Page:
Alumnus David Terry '88 has found his niche in the environment as vice president of Geotechnical Engineers, Inc., a prominent environmental consulting firm that works with clients across the United States.
A former geology major, Terry devoted most of his attention to his studies during college.
"I was really focused on the geology thing," he said. "The program and the quality of the staff were great." Terry cited retired faculty members Phil Boger and Richard Hatheway as memorable professors.
After Geneseo, Terry moved on to graduate study in geology at Kansas State University, where he focused on geochemistry.
"With that as a background, I realized environmental geology was what I wanted to do," he said. For students pursuing work in geological studies, Terry suggested obtaining a master's degree, and going to school in different parts of the country in order to gain more experience with different types of land.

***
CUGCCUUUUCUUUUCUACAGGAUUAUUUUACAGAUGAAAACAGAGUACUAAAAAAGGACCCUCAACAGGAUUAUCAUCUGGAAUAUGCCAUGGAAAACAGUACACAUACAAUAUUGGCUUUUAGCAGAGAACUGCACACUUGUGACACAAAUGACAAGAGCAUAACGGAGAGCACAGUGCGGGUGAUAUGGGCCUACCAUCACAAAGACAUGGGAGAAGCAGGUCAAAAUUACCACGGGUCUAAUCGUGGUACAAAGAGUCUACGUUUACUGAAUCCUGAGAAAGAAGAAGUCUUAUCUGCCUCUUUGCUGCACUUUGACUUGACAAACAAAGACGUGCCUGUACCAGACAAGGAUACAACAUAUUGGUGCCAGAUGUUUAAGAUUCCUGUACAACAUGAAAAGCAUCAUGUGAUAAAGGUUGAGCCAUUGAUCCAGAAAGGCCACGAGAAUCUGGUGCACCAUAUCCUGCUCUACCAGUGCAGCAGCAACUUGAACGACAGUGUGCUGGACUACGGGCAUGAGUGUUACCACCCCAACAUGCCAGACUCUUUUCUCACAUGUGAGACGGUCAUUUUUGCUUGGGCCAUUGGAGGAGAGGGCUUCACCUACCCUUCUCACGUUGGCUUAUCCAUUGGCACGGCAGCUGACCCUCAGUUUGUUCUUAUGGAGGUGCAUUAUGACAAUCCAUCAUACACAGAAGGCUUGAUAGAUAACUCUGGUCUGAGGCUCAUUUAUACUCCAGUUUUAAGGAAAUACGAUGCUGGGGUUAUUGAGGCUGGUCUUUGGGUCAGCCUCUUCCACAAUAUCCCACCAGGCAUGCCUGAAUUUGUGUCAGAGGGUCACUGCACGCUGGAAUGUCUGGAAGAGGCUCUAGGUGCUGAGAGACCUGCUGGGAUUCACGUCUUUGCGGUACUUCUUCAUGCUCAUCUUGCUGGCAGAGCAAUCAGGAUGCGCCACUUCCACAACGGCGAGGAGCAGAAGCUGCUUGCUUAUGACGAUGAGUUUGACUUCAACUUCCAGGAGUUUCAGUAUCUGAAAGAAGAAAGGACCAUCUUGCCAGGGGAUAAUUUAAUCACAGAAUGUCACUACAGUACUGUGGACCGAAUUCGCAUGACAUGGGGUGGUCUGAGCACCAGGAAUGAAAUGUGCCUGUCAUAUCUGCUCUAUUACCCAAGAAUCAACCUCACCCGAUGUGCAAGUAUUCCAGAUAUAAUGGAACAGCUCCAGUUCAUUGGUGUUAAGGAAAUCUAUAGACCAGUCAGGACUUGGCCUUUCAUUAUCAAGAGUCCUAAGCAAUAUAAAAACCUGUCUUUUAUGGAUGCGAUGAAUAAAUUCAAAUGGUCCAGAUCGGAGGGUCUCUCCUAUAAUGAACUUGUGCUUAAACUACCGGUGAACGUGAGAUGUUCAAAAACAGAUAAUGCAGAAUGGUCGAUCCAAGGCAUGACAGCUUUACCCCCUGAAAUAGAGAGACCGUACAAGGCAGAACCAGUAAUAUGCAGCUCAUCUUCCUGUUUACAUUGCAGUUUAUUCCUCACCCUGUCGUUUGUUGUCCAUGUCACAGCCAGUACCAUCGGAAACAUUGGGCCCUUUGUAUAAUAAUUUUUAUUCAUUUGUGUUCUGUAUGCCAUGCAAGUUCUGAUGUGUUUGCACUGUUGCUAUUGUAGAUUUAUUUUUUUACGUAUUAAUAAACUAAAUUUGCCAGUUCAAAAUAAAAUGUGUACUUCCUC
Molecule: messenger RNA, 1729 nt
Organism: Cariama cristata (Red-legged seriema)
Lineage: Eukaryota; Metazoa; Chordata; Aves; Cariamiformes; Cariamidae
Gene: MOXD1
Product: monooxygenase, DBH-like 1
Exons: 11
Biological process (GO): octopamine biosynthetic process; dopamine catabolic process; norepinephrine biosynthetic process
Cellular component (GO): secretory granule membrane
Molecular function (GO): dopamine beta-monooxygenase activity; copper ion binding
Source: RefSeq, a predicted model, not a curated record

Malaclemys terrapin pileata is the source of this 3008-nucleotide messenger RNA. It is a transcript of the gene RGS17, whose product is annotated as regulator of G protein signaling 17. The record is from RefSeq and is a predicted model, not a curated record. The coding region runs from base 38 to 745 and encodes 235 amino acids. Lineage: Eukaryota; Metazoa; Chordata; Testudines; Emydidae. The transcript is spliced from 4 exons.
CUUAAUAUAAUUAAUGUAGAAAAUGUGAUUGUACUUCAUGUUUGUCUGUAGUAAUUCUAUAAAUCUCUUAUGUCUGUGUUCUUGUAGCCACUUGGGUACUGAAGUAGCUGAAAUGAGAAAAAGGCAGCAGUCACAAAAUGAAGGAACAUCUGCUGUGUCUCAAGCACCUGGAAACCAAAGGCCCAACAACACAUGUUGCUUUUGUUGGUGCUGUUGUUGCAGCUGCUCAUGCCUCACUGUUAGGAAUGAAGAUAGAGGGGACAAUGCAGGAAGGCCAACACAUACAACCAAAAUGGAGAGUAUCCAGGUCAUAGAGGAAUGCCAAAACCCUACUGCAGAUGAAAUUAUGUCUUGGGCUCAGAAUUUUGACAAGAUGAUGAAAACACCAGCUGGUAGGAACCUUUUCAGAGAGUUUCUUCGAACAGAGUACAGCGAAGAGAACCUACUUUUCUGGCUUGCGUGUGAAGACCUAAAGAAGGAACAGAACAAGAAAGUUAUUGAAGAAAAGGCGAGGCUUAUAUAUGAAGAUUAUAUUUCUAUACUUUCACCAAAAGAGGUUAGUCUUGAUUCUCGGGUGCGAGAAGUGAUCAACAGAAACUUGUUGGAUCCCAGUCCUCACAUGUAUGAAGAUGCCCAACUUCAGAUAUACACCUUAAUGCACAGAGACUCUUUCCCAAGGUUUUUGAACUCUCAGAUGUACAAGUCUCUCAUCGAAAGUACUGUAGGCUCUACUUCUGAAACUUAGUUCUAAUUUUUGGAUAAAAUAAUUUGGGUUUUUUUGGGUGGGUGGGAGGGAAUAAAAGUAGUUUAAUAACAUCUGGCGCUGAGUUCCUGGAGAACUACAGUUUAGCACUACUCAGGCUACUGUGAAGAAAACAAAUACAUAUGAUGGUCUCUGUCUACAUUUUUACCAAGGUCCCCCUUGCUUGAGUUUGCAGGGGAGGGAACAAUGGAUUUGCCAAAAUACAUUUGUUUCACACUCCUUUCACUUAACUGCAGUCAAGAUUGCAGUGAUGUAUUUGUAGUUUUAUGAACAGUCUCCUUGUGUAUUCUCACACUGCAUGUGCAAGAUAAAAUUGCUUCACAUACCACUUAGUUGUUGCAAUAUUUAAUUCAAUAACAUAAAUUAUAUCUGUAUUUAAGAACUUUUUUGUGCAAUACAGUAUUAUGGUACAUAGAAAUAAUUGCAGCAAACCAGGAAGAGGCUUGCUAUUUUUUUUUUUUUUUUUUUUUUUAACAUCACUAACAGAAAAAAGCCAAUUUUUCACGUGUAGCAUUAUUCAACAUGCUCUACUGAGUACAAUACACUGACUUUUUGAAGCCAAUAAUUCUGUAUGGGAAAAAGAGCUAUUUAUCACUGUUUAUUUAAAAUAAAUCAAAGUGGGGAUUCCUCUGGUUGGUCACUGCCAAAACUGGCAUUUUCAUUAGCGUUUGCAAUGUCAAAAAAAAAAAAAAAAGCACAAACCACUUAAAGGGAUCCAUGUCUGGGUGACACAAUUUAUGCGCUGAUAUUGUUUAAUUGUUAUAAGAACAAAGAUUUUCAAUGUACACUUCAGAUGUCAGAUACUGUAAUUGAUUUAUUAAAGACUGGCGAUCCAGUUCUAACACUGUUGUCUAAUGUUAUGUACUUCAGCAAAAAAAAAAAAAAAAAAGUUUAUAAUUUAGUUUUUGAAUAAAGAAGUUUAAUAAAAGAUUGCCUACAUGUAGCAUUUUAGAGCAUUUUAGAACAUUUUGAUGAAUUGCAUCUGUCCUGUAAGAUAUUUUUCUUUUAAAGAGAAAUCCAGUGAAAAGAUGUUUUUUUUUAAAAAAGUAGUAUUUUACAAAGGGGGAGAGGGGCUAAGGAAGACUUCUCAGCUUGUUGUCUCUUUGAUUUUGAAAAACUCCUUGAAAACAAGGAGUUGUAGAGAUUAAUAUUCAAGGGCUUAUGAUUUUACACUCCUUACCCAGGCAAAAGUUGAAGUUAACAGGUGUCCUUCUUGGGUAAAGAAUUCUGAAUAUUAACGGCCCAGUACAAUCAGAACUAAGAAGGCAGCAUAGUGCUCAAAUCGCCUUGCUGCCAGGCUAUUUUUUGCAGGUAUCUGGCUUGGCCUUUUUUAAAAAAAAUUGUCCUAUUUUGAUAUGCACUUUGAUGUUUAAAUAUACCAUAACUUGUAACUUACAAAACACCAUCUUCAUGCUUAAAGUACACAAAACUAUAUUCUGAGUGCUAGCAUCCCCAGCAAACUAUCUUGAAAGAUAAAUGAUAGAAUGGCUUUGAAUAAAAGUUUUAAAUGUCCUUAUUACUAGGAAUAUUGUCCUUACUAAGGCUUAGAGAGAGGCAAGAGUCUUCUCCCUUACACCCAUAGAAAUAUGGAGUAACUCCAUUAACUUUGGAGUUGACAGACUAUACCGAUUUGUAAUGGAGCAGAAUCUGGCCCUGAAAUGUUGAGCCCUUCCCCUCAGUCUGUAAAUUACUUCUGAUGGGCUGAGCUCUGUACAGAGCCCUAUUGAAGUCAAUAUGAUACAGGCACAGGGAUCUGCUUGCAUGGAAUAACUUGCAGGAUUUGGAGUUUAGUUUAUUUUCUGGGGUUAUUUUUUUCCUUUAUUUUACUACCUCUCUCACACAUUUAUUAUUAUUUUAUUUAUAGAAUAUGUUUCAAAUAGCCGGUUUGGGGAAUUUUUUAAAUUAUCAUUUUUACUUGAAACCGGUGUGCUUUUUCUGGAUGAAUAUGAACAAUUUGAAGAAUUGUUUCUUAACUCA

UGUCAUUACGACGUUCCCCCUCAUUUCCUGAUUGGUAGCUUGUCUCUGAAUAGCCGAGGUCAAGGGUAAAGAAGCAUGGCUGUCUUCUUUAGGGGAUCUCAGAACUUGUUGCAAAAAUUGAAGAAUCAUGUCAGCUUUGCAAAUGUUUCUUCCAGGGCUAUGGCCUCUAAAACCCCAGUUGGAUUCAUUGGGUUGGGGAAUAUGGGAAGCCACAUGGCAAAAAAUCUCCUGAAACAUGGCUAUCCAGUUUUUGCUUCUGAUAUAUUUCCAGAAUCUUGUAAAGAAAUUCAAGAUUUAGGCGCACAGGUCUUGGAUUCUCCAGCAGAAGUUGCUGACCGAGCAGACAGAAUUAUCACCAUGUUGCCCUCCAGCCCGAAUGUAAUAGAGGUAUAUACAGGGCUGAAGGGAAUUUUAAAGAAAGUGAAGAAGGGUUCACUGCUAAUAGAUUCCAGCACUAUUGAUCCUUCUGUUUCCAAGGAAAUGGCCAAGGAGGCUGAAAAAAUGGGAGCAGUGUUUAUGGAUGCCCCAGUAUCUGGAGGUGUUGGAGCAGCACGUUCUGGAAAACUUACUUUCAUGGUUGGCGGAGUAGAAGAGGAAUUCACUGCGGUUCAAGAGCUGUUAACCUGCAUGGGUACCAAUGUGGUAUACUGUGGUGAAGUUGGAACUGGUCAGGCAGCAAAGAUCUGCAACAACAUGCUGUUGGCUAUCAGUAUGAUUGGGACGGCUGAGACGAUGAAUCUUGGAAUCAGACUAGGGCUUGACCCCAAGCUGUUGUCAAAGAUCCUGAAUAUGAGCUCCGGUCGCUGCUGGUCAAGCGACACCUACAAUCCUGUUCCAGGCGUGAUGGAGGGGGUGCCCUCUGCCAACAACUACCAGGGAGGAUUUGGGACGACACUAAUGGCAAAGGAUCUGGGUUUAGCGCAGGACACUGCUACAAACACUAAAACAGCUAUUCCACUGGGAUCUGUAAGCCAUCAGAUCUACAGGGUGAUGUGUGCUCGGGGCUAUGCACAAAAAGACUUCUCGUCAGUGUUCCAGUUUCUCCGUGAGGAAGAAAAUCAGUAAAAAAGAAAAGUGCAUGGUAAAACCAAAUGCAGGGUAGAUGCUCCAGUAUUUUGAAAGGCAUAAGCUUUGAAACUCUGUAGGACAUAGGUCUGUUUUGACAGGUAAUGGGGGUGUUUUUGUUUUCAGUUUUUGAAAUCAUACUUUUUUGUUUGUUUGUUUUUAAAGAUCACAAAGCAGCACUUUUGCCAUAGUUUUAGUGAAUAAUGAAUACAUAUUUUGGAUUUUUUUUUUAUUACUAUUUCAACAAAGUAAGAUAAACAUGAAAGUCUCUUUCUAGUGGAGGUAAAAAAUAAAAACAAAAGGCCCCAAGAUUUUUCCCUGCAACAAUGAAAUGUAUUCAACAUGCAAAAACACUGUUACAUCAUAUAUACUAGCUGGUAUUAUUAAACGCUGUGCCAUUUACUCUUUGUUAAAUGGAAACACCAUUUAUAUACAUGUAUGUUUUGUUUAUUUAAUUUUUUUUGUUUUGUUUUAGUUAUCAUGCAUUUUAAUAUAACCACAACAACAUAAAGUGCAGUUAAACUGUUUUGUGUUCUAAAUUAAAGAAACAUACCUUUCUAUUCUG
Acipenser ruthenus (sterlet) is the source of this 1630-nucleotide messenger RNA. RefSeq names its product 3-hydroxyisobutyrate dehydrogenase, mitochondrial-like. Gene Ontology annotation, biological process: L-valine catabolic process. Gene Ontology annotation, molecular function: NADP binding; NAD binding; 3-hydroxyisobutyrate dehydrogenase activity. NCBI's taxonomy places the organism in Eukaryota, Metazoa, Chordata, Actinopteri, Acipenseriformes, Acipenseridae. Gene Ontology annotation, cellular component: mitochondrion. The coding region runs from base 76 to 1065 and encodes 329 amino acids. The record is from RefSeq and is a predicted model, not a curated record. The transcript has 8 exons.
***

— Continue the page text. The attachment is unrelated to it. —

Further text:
After completing his master's, Terry worked as an environmental consultant before heading GEI. According to Terry, the work of an environmental consultant is varied, but focuses mainly on investigational and remedial work on electric and gas sectors of land. For example, Terry said, consultants can work with abandoned manufactured gas plants to check for residual tars that could affect the surrounding area.
Since Terry is now the vice president, owner and member of the board of directors for GEI, his position entails building and running the business. As a company, GEI deals with water resources, ecological, geotechnical and environmental issues that may arise for clients.
Terry also noted that GEI works with "green" redevelopment programs and has several staff members with Leadership in Energy and Environmental Design certification.
"In that area, we look at the life cycle of developments," said Terry.
Terry said that one of the company's prominent jobs involved the Capitol Visitor's Center in Washington, D.C., where GEI and other partners worked on the foundation and design of the structure. Consultants had to take note of the constitution of the earth to avoid buildings collapsing or major shifts in the ground.
"It's a tricky geotechnical job, because you can't shift the Capitol," he said.